Monday, November 26, 2012

Study: Alzheimer's Affects Women and Men Differently

A new study indicates Alzheimer's manifests differently in the brains of men versus women.

In a just-published piece, the brain scans of 109 people with "newly diagnosed Alzheimer's" showed brain atrophy occured earlier in women than men. Some researchers believe the more gray matter in the brain, the lower the risk of Alzheimer's.

"Women also lost more gray matter in their brains in the year before their diagnosis. However, men seemed to have more problems with their thinking ability when diagnosed with Alzheimer's than their female counterparts did. What's more, men and women lost gray matter in different areas of their brain," according to U.S. News & World Report.

The study, which has yet to undergo peer review, was presented this weekend at a medical conference in Chicago. Another presentation strengthened what we already know about the importance of exercise - which increases blood flow to the brain - to hold off dementia.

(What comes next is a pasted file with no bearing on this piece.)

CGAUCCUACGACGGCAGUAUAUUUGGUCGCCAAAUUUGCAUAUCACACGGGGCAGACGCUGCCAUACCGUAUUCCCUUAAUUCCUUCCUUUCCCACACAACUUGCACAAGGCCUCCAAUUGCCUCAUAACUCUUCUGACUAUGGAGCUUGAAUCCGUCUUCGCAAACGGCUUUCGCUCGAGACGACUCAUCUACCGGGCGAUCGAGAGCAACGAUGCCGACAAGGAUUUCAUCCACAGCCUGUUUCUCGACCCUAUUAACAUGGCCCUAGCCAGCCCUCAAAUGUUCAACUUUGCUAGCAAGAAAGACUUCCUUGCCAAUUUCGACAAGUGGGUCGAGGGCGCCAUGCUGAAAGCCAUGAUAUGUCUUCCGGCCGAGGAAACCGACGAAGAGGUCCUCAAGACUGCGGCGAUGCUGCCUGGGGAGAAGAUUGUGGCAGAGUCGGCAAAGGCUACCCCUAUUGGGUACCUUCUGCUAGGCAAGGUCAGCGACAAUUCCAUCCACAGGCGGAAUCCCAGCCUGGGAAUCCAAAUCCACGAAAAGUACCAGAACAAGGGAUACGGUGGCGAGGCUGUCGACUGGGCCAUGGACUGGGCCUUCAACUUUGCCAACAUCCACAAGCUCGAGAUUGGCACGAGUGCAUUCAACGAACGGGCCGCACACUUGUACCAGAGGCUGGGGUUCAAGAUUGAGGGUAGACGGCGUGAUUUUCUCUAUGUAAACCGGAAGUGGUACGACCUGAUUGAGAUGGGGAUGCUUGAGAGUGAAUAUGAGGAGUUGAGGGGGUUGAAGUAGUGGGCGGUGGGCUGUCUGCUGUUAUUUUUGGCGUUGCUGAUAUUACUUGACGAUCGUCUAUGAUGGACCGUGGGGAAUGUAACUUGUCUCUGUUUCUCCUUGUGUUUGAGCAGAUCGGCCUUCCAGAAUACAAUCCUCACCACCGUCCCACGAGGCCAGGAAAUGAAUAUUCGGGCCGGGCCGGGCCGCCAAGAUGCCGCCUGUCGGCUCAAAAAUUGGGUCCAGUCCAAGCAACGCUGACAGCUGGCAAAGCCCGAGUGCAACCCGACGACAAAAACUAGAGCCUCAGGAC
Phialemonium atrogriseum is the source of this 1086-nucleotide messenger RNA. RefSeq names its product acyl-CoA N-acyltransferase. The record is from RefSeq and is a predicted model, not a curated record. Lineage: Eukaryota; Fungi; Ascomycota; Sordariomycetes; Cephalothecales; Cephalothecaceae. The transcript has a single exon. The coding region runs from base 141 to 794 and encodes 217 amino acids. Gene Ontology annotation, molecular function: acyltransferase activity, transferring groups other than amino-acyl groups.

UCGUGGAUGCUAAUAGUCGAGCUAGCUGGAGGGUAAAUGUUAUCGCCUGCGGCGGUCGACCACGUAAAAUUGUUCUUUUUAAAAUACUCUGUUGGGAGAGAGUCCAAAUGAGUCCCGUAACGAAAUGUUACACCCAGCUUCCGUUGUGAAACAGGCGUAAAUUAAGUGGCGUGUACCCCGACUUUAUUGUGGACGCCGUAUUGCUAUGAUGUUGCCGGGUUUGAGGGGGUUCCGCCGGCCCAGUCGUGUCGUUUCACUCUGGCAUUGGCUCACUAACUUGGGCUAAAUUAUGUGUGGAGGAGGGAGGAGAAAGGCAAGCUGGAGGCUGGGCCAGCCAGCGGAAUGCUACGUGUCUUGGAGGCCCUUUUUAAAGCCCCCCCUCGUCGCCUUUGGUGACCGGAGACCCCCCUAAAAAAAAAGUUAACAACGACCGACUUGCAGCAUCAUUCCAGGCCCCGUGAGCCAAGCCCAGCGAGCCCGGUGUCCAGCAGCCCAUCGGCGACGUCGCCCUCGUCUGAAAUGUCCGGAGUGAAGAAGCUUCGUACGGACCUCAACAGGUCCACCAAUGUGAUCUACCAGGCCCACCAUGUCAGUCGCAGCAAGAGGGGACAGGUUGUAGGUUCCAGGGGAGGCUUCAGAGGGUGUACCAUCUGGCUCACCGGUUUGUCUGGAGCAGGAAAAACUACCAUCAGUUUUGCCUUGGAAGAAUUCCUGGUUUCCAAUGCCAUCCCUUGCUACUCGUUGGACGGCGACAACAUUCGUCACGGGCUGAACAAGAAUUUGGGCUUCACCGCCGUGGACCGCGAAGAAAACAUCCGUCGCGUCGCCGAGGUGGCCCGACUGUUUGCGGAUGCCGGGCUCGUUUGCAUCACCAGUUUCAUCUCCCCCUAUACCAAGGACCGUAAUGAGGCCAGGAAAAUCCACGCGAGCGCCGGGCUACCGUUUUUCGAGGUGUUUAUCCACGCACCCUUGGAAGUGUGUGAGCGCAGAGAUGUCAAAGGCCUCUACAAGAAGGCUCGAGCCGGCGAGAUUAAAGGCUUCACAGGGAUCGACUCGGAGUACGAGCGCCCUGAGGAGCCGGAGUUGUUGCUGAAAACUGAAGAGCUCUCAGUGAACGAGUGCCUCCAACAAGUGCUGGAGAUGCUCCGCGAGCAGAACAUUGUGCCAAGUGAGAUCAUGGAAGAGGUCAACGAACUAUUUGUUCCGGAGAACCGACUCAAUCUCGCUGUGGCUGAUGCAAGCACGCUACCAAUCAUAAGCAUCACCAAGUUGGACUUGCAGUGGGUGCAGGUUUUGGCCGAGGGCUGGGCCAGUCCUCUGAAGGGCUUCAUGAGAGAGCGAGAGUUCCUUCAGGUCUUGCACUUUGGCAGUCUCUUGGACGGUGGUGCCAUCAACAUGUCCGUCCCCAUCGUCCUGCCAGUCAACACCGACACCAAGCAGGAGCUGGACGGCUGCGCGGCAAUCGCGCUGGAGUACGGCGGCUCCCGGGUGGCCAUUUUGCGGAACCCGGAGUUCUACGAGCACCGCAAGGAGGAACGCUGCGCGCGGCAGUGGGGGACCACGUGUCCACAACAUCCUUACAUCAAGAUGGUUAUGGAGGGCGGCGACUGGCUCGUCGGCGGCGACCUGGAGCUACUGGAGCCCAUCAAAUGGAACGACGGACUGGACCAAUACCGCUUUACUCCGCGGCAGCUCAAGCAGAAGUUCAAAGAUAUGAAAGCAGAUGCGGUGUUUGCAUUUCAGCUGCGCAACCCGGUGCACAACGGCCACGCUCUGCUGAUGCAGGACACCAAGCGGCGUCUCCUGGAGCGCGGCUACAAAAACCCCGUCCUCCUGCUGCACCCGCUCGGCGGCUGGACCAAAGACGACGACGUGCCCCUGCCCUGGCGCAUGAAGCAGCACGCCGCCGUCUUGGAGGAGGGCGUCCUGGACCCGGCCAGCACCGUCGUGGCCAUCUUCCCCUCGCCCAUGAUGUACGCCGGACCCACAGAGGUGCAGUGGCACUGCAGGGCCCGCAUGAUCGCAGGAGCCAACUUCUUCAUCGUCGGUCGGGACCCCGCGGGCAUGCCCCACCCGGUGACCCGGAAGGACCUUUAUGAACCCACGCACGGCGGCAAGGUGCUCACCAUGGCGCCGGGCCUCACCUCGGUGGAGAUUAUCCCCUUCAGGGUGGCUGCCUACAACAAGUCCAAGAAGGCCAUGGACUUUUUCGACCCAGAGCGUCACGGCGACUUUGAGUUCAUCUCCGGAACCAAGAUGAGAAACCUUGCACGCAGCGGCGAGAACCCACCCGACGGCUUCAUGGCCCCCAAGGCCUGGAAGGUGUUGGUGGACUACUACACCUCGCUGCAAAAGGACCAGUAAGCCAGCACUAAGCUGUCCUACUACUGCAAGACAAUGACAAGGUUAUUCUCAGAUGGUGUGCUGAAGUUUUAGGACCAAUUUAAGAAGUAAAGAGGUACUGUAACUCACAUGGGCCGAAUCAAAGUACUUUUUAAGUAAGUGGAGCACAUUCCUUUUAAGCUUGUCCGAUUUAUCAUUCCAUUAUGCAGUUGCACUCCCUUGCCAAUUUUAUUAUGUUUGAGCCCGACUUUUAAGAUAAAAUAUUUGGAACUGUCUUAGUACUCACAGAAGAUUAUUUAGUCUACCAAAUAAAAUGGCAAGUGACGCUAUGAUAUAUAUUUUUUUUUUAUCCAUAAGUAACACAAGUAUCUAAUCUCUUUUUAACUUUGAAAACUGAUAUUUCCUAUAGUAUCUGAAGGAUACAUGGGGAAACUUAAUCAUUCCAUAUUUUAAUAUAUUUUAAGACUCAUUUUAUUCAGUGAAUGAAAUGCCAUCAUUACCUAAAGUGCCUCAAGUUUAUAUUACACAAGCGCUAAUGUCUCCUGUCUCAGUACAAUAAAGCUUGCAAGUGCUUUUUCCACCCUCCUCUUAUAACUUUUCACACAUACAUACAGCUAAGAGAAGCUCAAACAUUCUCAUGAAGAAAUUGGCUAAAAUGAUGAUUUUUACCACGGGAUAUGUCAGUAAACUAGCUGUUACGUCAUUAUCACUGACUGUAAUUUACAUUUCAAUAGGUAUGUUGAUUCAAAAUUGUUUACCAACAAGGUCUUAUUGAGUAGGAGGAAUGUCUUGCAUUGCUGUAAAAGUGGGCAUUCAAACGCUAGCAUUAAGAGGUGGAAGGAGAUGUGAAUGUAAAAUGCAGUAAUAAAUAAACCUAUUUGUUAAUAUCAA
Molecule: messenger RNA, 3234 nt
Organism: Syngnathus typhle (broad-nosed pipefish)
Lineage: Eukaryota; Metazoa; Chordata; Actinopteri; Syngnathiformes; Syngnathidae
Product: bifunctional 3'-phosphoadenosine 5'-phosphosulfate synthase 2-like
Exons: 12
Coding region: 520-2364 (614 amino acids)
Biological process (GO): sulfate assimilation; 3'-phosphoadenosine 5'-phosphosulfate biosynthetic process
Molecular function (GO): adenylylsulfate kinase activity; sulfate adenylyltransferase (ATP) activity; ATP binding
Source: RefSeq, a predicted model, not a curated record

The study out of UCLA included 876 adults with an average age of 78. Only some had Alzheimer's dementia and all underwent MRIs to measure the amount of "gray matter" in their brains. "Study participants who burned more calories via recreational sports, gardening and yard work, bicycling, dancing and riding an exercise cycle lost less gray matter in key areas of their brains. This was true even among those with evidence of mental decline. The finding held even after the team controlled for other factors known to influence brain volume including head size, mental impairment, gender, body weight, education and white matter disease," according to the news report.

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